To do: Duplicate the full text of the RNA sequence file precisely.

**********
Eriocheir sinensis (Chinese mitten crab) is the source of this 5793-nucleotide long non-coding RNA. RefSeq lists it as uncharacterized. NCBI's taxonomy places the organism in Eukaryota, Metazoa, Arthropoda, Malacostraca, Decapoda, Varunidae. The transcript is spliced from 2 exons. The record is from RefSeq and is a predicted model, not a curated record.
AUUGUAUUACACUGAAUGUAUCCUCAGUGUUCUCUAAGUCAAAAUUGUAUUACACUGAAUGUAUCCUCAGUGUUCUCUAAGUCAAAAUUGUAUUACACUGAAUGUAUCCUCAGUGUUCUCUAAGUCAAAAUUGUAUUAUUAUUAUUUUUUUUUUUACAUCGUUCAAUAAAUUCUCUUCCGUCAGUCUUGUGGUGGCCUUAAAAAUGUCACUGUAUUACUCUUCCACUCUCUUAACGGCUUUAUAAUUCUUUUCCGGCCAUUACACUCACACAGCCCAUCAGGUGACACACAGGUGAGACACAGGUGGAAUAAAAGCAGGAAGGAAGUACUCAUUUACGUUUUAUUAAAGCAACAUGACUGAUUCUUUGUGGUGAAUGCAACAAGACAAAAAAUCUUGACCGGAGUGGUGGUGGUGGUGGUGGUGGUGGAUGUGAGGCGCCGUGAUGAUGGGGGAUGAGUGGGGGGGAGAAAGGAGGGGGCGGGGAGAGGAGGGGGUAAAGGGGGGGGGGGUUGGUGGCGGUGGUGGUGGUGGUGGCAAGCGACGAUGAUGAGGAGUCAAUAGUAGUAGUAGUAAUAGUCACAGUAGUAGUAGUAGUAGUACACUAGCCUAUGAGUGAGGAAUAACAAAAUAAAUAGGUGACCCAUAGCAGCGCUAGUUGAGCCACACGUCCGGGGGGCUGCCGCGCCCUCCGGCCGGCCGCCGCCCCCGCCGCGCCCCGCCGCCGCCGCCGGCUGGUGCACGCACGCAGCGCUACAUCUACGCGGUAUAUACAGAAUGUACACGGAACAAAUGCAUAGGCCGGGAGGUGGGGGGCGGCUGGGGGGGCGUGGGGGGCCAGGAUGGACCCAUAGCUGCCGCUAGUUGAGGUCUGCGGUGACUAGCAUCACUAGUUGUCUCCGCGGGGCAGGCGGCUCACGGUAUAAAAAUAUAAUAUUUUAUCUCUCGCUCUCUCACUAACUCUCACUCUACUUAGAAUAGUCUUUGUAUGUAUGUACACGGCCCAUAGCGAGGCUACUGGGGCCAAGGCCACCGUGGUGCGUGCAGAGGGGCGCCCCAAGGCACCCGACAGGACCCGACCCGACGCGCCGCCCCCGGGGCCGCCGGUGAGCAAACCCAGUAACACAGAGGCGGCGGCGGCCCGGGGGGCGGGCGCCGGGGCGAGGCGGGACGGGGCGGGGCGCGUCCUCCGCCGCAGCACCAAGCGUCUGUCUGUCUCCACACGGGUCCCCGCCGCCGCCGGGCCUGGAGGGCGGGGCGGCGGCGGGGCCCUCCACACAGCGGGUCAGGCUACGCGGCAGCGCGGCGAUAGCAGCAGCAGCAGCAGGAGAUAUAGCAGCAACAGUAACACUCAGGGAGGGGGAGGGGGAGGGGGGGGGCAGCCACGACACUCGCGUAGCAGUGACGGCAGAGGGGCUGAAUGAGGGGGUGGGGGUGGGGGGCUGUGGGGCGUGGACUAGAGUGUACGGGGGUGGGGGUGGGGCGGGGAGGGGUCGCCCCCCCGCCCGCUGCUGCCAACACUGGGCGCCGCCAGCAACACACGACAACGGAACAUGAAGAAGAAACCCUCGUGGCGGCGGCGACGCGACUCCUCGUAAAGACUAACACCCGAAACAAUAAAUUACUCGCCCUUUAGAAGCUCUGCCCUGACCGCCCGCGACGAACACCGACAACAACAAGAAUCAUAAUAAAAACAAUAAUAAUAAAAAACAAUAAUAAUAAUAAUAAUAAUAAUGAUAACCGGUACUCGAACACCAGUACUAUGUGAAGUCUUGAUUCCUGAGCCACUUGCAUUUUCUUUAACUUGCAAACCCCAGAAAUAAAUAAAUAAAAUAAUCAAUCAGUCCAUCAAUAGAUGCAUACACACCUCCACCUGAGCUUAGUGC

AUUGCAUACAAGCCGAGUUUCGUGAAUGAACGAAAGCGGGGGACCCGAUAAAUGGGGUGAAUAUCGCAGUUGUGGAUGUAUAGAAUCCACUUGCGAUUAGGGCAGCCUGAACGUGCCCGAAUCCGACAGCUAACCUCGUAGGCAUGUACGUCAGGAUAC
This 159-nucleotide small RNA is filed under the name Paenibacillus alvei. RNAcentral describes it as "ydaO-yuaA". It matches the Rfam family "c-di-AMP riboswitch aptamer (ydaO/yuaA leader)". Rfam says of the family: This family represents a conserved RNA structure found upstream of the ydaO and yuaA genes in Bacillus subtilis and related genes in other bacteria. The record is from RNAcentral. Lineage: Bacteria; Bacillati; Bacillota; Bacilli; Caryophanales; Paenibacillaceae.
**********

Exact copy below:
Eriocheir sinensis (Chinese mitten crab) is the source of this 5793-nucleotide long non-coding RNA. RefSeq lists it as uncharacterized. NCBI's taxonomy places the organism in Eukaryota, Metazoa, Arthropoda, Malacostraca, Decapoda, Varunidae. The transcript is spliced from 2 exons. The record is from RefSeq and is a predicted model, not a curated record.
AUUGUAUUACACUGAAUGUAUCCUCAGUGUUCUCUAAGUCAAAAUUGUAUUACACUGAAUGUAUCCUCAGUGUUCUCUAAGUCAAAAUUGUAUUACACUGAAUGUAUCCUCAGUGUUCUCUAAGUCAAAAUUGUAUUAUUAUUAUUUUUUUUUUUACAUCGUUCAAUAAAUUCUCUUCCGUCAGUCUUGUGGUGGCCUUAAAAAUGUCACUGUAUUACUCUUCCACUCUCUUAACGGCUUUAUAAUUCUUUUCCGGCCAUUACACUCACACAGCCCAUCAGGUGACACACAGGUGAGACACAGGUGGAAUAAAAGCAGGAAGGAAGUACUCAUUUACGUUUUAUUAAAGCAACAUGACUGAUUCUUUGUGGUGAAUGCAACAAGACAAAAAAUCUUGACCGGAGUGGUGGUGGUGGUGGUGGUGGUGGAUGUGAGGCGCCGUGAUGAUGGGGGAUGAGUGGGGGGGAGAAAGGAGGGGGCGGGGAGAGGAGGGGGUAAAGGGGGGGGGGGUUGGUGGCGGUGGUGGUGGUGGUGGCAAGCGACGAUGAUGAGGAGUCAAUAGUAGUAGUAGUAAUAGUCACAGUAGUAGUAGUAGUAGUACACUAGCCUAUGAGUGAGGAAUAACAAAAUAAAUAGGUGACCCAUAGCAGCGCUAGUUGAGCCACACGUCCGGGGGGCUGCCGCGCCCUCCGGCCGGCCGCCGCCCCCGCCGCGCCCCGCCGCCGCCGCCGGCUGGUGCACGCACGCAGCGCUACAUCUACGCGGUAUAUACAGAAUGUACACGGAACAAAUGCAUAGGCCGGGAGGUGGGGGGCGGCUGGGGGGGCGUGGGGGGCCAGGAUGGACCCAUAGCUGCCGCUAGUUGAGGUCUGCGGUGACUAGCAUCACUAGUUGUCUCCGCGGGGCAGGCGGCUCACGGUAUAAAAAUAUAAUAUUUUAUCUCUCGCUCUCUCACUAACUCUCACUCUACUUAGAAUAGUCUUUGUAUGUAUGUACACGGCCCAUAGCGAGGCUACUGGGGCCAAGGCCACCGUGGUGCGUGCAGAGGGGCGCCCCAAGGCACCCGACAGGACCCGACCCGACGCGCCGCCCCCGGGGCCGCCGGUGAGCAAACCCAGUAACACAGAGGCGGCGGCGGCCCGGGGGGCGGGCGCCGGGGCGAGGCGGGACGGGGCGGGGCGCGUCCUCCGCCGCAGCACCAAGCGUCUGUCUGUCUCCACACGGGUCCCCGCCGCCGCCGGGCCUGGAGGGCGGGGCGGCGGCGGGGCCCUCCACACAGCGGGUCAGGCUACGCGGCAGCGCGGCGAUAGCAGCAGCAGCAGCAGGAGAUAUAGCAGCAACAGUAACACUCAGGGAGGGGGAGGGGGAGGGGGGGGGCAGCCACGACACUCGCGUAGCAGUGACGGCAGAGGGGCUGAAUGAGGGGGUGGGGGUGGGGGGCUGUGGGGCGUGGACUAGAGUGUACGGGGGUGGGGGUGGGGCGGGGAGGGGUCGCCCCCCCGCCCGCUGCUGCCAACACUGGGCGCCGCCAGCAACACACGACAACGGAACAUGAAGAAGAAACCCUCGUGGCGGCGGCGACGCGACUCCUCGUAAAGACUAACACCCGAAACAAUAAAUUACUCGCCCUUUAGAAGCUCUGCCCUGACCGCCCGCGACGAACACCGACAACAACAAGAAUCAUAAUAAAAACAAUAAUAAUAAAAAACAAUAAUAAUAAUAAUAAUAAUAAUGAUAACCGGUACUCGAACACCAGUACUAUGUGAAGUCUUGAUUCCUGAGCCACUUGCAUUUUCUUUAACUUGCAAACCCCAGAAAUAAAUAAAUAAAAUAAUCAAUCAGUCCAUCAAUAGAUGCAUACACACCUCCACCUGAGCUUAGUGC

AUUGCAUACAAGCCGAGUUUCGUGAAUGAACGAAAGCGGGGGACCCGAUAAAUGGGGUGAAUAUCGCAGUUGUGGAUGUAUAGAAUCCACUUGCGAUUAGGGCAGCCUGAACGUGCCCGAAUCCGACAGCUAACCUCGUAGGCAUGUACGUCAGGAUAC
This 159-nucleotide small RNA is filed under the name Paenibacillus alvei. RNAcentral describes it as "ydaO-yuaA". It matches the Rfam family "c-di-AMP riboswitch aptamer (ydaO/yuaA leader)". Rfam says of the family: This family represents a conserved RNA structure found upstream of the ydaO and yuaA genes in Bacillus subtilis and related genes in other bacteria. The record is from RNAcentral. Lineage: Bacteria; Bacillati; Bacillota; Bacilli; Caryophanales; Paenibacillaceae.